Sara Lee Accused of Whole Grain Whitewash

CSPI Litigation Unit Serves Notice of Intent to Sue Over “Whole Grain” White Bread


On several Sara Lee web sites, the company muses about how consumers are likely to mistakenly believe that many “whole grain” breads are actually more like whole wheat bread than white bread, and chides its competitors for not being “100-percent whole-grain.”

Yet Sara Lee helps foster that confusion by marketing a “Soft & Smooth Made with Whole Grain White Bread” and falsely claiming that it is as nutritious as whole wheat bread. Today the nonprofit Center for Science in the Public Interest served the company with formal notice that it will file suit against the company if the misleading claims continue.

Sara Lee claims that its Whole Grain White Bread has “the taste and texture of white bread with the goodness of whole grain,” and “whole grain goodness with all the mouthwatering pleasure of scrumptious, soft, white bread.” By claiming “an exciting innovation” in white bread, the repeated “whole grain goodness” claims are particularly misleading because some new breads are in fact, made with a white whole-wheat flour that is, in fact, whole wheat. And one version of a label for the Sara Lee product at issue made the patently false statement that “Sara Lee Soft & Smooth Made with Whole Grain White [bread] = 100% Whole Wheat.”

“This ‘whole grain’ bread is mostly refined white flour, the kind of flour that health authorities recommend Americans eat less of,” said CSPI executive director Michael F. Jacobson. “Sara Lee is attempting to put a whole grain halo on a bread that is not whole wheat. I call that a whole grain whitewash.”

On, a web site operated by Sara Lee, a press release for a genuinely 100 percent whole wheat Sara Lee bread regretfully ruminates that “seven out of 10 consumers mistakenly believe their wheat bread is 100% whole wheat,” and that “50 percent of traditional wheat bread consumers mistakenly believe their bread is the best nutritional choice.” Another Sara Lee site,, lets consumers test breads by Arnold, Nature’s Own, Pepperidge Farm, on a “Whole-Grain-o-Meter” to see if the product is 100 percent whole grain or not. While the meter rates several Sara Lee breads, its Whole Grain White Bread is tellingly absent.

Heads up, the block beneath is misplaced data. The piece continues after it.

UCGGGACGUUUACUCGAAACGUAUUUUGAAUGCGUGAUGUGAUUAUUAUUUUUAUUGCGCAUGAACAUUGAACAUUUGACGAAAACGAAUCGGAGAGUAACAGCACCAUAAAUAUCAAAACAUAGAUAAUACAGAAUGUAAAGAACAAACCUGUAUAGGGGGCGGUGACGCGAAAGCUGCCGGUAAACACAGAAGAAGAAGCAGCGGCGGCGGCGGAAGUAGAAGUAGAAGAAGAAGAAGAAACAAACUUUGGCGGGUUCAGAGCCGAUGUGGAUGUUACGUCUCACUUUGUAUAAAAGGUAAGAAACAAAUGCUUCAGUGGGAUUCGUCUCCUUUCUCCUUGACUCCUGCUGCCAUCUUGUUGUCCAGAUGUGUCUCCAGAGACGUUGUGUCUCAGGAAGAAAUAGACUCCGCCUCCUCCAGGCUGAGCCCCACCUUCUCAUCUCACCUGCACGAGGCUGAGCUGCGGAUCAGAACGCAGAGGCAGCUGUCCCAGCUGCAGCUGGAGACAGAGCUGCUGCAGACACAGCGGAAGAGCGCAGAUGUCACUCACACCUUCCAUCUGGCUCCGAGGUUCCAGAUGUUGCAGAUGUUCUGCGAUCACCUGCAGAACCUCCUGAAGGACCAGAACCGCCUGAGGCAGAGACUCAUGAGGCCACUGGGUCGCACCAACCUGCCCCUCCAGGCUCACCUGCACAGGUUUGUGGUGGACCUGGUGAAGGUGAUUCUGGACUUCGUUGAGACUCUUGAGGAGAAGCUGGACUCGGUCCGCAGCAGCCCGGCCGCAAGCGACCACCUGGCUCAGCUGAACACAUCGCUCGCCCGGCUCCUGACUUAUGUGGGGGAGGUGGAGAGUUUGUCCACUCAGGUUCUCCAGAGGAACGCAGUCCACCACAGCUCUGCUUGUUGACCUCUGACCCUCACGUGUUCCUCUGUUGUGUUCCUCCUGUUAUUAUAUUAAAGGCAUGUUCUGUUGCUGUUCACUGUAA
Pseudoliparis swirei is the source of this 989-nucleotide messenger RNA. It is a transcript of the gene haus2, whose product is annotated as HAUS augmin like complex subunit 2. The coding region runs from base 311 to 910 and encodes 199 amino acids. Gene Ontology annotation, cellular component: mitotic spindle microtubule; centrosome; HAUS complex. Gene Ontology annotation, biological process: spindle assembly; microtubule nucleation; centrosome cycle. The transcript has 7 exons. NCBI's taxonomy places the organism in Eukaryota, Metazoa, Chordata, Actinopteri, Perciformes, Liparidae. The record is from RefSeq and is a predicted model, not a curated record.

A patronizing pledge form on that site gives the impression that switching to a Soft and Smooth whole grain bread is an act of nutritional virtue. But in fact, only 30 percent of the grain in Sara Lee’s Soft and Smooth Whole Grain White Bread is whole grain, and the rest is refined white flour, according to news reports. In fact, there is more water in this product than whole grain.

“It would be more accurate to say that this Sara Lee product is brimming with the wholesome goodness of white flour and water,” said CSPI litigation director Steve Gardner. “The intent is to confuse consumers, who are denied the nutrition they think they are paying for. It’s hard to see how a judge or jury would let a company get away with such an obvious fraud.”

CSPI’s notification to Sara Lee says it wants the company to stop the misleading whole grain claims and to donate to charity the profits it has received from “Soft & Smooth Made with Whole Grain White Bread” that it has earned since its introduction in 2005. Sara Lee has 30 days to respond to CSPI’s settlement offer.

According to Gardner, the supermarket is replete with breads, bagels, crackers, and frozen pancakes and waffles that pretend to be whole grain.

CSPI’s litigation project has successfully negotiated binding legal settlements with other food companies over misleading labeling. As a result of CSPI’s negotiating, Cadbury-Schweppes will no longer call its high-fructose-corn-syrup-sweetened 7Up and Snapple products "natural," Aunt Jemima blueberry waffles are now labeled to make it clear that the blueberries are artificial, and Quaker Oats agreed to tone down exaggerated claims about the cholesterol-lowering abilities of oatmeal. CSPI withdrew a lawsuit it filed against KFC after that chain announced it would switch to trans-fat-free frying oil, and negotiated with Kellogg a historic pact that changed the way that company markets food to young children.

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